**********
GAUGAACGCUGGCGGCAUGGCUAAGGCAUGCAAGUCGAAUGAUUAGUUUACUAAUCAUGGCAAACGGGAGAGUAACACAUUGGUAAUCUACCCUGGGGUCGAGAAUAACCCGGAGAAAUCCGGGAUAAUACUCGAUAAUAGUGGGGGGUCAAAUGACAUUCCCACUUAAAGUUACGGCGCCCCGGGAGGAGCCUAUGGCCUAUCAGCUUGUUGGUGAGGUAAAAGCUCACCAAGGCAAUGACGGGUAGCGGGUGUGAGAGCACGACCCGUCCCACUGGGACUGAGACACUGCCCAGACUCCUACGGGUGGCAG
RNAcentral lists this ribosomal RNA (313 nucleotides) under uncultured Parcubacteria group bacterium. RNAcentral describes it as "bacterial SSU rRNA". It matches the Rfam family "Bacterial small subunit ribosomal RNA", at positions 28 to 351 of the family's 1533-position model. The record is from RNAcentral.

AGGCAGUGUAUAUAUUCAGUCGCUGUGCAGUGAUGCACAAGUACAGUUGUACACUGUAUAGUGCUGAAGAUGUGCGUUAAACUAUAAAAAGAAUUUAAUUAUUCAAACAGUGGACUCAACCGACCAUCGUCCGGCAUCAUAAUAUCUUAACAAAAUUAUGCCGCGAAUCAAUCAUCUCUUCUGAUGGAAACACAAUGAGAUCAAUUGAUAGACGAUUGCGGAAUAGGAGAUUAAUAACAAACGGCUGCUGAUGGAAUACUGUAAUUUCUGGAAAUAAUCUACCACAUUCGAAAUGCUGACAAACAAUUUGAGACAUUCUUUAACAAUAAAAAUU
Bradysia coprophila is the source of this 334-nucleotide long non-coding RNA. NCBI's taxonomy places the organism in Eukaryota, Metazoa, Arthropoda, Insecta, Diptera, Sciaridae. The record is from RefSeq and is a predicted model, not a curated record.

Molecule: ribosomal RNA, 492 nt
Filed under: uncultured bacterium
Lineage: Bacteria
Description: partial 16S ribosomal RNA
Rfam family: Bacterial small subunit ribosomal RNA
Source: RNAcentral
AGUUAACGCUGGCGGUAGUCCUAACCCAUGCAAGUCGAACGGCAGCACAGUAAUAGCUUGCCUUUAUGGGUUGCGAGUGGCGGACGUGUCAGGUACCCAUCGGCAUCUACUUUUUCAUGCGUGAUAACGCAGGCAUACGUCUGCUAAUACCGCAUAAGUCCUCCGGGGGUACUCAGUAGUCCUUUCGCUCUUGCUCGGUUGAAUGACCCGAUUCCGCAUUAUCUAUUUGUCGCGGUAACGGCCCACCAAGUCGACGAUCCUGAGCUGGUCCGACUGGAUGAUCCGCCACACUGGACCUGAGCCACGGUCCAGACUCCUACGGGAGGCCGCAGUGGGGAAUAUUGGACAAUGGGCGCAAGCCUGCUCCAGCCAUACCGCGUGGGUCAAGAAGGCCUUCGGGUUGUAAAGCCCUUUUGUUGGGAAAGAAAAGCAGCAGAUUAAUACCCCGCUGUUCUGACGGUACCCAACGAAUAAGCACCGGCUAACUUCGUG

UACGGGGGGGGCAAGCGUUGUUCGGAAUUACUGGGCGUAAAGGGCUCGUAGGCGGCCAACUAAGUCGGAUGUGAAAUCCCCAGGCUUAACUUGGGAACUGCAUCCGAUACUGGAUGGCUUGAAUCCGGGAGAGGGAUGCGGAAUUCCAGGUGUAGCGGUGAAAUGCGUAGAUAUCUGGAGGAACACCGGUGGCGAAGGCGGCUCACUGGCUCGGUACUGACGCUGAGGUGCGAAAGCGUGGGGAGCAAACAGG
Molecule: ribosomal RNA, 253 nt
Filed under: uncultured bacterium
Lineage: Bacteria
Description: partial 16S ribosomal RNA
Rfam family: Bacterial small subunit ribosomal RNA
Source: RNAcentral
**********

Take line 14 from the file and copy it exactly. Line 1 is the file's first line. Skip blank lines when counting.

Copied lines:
Filed under: uncultured bacterium